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Supercharging network progress seems slow

Hi guys,
Just noticing that there hasn't been any new supercharging locations announced for about 4 months now.
I thought Tesla was supposed to have around 100 stations in place across the USA in 12 months?
If they are to reach this goal they need to be adding roughly 8 supercharging locations every month.
Not sure what the hold up is? I figured they would have covered the entire eastern seaboard by June of this year.
At only $250,000 per station its just $25 million for the 100 station network. Not a great deal of money considering that they are spending $400 million per year on R&D, new stores, etc.
At this point I think the supercharging network is more important than new stores. Seems to me that most of the world's major cities are already covered.
Anyway...hope to see more supercharging stations soon!

They will come in bursts; the holdup is the siting/utility 'cratic processes.

Teddyg - the plan was 13 total in CA by end of 2013 and 86 in US by end of 2014. TM is already stepping ithe schedule up. Seems like anticipation blurrs the judgement. 2-3 weeks from now Elon expects a SC anouncement.. lets wait for that.

They should do for the Superchargers what they've been doing for the stores and service centers - they should start displaying where they are planning to open the next round of superchargers.

By showing their plans for the next batch - that will show they are making progress - and give current and prospective customers in those areas greater assurance that they'll be able to make long distance trips on those roués - soon.

I'm planning a Houston-Dallas trip in early June - and hope that supercharger is operational by then... And if I knew that's what they were planning - I wouldn't have to do go through the planning for alternative charging sites (RV parks)...

I like that idea bp. That would allow give prospective buyers more incentive to buy.
I think right now they should just focus on getting New York to Florida connected...then New York to LA.
After that they can just fill in the rest of the country as time goes on.
I think it would be a big feather in Tesla's cap to be able to claim that it could do NY to LA in a similar time to an ICE vehicle.
Not that people do trips like that very often (if ever) but we are talking about brand image here and removing the long distance stigma of EV's.
If we are being honest who really drives any where outside a 500 mile radius of your home? Isn't it cheaper (and faster) to fly?

I have seen some places on this board mention the number of anticipated superchargers (as high as 100) and it sparked my curiosity, so I did a little math.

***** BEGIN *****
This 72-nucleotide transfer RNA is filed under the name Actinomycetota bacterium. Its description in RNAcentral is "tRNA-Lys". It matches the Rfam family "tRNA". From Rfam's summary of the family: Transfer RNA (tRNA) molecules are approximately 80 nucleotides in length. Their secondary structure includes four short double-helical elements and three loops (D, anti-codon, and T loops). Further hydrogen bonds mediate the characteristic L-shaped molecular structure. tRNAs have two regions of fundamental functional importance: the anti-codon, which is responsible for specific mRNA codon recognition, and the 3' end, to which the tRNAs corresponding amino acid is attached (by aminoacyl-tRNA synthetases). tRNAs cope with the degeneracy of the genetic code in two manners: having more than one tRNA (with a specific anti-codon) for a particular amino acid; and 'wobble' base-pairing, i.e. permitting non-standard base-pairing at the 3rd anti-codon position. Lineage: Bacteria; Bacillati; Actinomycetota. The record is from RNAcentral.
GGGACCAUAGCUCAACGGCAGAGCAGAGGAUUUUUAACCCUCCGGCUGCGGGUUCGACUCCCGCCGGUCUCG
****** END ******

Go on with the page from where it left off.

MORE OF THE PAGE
Let's take Interstate 10. It goes from Florida to California (transcontinental) and it is roughly 2,500 miles long. Now let's say that Tesla plays it conservative and spreads the superchargers at a non-anxiety-inducing distance of 150 miles apart. That means that it would only take 17 supercharger stations to cover cross-country travel on I-10.

Other notable interstate highways:
I-95, ~2,000 miles, ~13 SC
I-5, ~1,400 miles, ~9 SC

My point is that you can do a lot with 100 superchargers and I hope that they can be deployed quickly. Every supercharger that goes up increases the potential resale value of all those leased (wink, wink) cars.

here is the original map by end of 2014. lets hope the link works.

http://www.teslamotorsclub.com/attachment.php?attachmentid=10128&d=13485...

Thanks Brian
Original map had 86 locations, but some distances appear challenging - so about 100 seems fair.
It will interesing with the next anouncement which dots will be filled in.

Those dots are just illustrative; they may or may not be close to actual locations that are put in, btw.

Without a SC it is not practical to make trip beyond 200 miles at normal highway speed using HVAC. Less in harsh weather, hilly terrain, etc. Besides the early adopters, folks spending $100k will have concerns regarding the ability to recharge. Just going from Houston to Dallas is challenge with MS85; have to travel at 55 mph in the range mode - it is dangerous with all the traffic doing at least 75 mph. New Orleans to Houston needs 8 hour charging in an RV park. Anybody living in New Orleans, MS, AL would have a hard time going to Disney World.

Tesla probably has $1.2B tied in total assets and they are spending probably $259-300M/year in opening new stores and service. More than stores, they need to deploy the SC network. I would say at least 200 sites in the US/Canada. at a cost of $50M. That is the most important barrier for hi end customers to buy MS.

I do not believe that the utilities are dragging their feet everywhere to get 480V hookups. There is extra capacity just about everywhere.

I think that management is just not in tune with these needs. Even if owners are not sure how many long trips they will make, they want the ability to do so, specially when spending $100k on a car. Who cares about the lease business? Banks offer plenty of financing to buyers and are probably less stringent than the Tesla terms.

Bubba2000 - if you think TM in not in tune with your needs, then don't spend a single dollar on a Tesla car. After all it is a free country and you vote with your wallet.

Bubba;